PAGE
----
The Masked Truth is a really strong YA thriller. Behind a lot of Kelley’s fantasy novels have been a core mystery or thriller plot and I was excited to read something that she described as a bit different from her normal stuff.
So often in thrillers, the schizophrenic is painted as the bad guy, the bogey monster or someone who we should pity but be wary of. Here he is one of the good guys but it also demonstrates how people are prejudiced towards the illness. You hide it because you don’t wanted to be treated like a dangerous person but when people find out they blame you for lying.
It was clever to leave Max’s narrative in third person whilst Riley’s is in first person. Max would have been an unreliable narrator telling the course of events himself. When others doubt what happened, the reader doesn’t. We’re led down the path of injustice rather than suspicion.
But it's not whining. It's guilt. Horrible, suffocating guilt, because I lived and the Porter's didn't.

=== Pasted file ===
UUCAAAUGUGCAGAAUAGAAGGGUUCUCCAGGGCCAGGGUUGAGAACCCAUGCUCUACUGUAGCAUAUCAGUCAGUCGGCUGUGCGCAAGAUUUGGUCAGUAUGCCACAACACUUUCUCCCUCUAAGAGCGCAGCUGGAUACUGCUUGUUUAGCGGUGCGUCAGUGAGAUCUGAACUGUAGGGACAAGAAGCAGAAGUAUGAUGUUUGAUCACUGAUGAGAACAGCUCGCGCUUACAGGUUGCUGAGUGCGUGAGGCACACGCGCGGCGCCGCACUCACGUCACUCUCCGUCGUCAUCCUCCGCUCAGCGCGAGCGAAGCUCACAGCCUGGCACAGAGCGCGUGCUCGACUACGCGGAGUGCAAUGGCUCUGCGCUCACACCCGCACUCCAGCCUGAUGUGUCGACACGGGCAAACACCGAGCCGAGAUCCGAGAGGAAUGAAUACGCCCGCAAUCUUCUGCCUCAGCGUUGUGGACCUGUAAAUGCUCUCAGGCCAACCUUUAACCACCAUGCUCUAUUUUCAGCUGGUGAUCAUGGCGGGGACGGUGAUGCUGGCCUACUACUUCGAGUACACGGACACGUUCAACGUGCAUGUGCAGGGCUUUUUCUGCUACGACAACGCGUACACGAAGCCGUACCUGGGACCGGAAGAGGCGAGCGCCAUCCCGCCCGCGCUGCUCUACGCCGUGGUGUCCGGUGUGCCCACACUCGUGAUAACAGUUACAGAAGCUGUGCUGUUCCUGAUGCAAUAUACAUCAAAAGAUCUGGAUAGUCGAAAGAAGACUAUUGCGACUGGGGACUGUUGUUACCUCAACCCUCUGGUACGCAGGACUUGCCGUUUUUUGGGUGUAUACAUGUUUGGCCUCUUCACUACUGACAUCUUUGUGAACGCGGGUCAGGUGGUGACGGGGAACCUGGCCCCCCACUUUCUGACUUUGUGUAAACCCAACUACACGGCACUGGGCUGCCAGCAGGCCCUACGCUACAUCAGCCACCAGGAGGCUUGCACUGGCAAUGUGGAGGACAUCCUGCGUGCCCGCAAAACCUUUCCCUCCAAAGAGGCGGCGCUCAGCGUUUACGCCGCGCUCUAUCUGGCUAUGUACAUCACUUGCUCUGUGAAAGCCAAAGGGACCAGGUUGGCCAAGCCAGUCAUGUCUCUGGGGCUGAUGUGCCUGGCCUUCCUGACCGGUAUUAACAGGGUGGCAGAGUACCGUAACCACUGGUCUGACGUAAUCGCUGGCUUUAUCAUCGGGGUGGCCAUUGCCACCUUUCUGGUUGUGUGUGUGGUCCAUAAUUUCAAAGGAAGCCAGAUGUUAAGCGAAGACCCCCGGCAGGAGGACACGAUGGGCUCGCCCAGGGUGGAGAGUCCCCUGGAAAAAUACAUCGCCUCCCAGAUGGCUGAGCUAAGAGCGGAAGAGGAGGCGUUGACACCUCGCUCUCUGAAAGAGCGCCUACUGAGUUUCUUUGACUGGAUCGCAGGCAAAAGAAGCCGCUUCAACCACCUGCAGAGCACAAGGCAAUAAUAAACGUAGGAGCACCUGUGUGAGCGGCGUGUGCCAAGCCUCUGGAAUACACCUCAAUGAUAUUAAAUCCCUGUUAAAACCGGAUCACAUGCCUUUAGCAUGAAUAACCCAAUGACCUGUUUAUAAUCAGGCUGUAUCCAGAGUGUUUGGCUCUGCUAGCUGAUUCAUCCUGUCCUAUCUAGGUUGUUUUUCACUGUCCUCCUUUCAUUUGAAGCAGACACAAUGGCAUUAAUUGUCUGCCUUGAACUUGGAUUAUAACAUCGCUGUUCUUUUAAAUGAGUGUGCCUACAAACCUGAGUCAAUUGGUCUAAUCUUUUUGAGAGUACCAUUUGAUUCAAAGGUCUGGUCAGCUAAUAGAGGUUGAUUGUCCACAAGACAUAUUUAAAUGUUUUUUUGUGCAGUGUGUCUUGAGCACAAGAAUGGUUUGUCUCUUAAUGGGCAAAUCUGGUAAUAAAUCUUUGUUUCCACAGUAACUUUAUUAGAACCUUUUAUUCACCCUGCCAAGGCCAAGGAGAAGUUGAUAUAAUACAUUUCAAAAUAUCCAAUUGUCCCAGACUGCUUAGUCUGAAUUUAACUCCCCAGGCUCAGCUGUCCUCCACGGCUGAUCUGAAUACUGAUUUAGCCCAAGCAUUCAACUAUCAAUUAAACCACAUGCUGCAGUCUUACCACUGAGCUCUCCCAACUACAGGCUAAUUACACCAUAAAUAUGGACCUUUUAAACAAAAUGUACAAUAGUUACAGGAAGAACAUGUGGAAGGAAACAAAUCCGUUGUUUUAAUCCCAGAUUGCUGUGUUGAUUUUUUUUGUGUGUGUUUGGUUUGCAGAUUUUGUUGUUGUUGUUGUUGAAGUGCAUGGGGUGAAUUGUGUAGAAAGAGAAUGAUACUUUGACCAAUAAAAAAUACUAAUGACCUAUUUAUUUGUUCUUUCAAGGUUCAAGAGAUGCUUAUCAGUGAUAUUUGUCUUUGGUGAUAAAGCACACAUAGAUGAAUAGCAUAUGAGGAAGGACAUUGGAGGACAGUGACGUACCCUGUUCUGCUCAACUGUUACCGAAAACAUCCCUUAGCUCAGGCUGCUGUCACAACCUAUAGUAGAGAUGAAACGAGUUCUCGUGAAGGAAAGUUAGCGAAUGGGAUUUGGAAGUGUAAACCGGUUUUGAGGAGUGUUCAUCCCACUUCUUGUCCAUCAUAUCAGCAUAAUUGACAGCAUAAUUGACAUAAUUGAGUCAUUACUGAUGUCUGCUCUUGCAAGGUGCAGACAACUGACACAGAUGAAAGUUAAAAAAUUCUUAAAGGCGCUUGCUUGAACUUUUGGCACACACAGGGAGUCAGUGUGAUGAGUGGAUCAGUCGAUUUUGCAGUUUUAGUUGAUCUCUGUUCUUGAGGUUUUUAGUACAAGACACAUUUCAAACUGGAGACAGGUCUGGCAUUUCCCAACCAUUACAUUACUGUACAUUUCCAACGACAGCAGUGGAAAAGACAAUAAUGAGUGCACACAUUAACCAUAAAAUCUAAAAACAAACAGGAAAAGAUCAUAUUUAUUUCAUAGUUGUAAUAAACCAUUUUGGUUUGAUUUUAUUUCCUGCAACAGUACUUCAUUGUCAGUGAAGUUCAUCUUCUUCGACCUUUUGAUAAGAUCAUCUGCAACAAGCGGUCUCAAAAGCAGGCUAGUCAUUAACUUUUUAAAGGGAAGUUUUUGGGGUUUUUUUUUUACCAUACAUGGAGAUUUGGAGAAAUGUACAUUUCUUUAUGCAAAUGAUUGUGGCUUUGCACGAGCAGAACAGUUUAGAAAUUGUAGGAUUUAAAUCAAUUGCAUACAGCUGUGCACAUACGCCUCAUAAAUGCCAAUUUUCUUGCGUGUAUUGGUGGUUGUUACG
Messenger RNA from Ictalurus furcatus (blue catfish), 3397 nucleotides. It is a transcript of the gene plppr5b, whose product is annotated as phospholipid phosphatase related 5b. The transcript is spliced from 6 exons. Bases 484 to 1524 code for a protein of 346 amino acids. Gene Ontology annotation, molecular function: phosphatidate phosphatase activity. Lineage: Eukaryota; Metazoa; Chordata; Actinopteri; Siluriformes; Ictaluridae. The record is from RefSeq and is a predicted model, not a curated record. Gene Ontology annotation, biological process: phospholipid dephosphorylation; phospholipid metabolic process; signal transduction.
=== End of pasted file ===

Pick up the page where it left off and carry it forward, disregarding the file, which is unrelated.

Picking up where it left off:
The other main character is suffering from PTSD and survivor’s guilt. She suffers from flashbacks, freezing up, and she can barely get a rest from her thoughts telling herself she should have done more. She hates it when she’s called a hero because she thinks her act of bravery was cowardice. When is reality there was nothing she could have done to save
The overnight therapy weekend seemed a bit odd; why would you put a bunch of troubled teens together in a confined space? And the therapists were a bit rubbish, not appearing to handle the inevitable interactions in a manner that seemed sensible to me. Yet it all eventually comes together.
The timeline confused me a little too. At first it was as if they’d all just met but later on it comes out that they had known each other longer. Maybe they were doing these group sessions every week? Maybe the weekend thing was a one off.
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Book Source: Purchased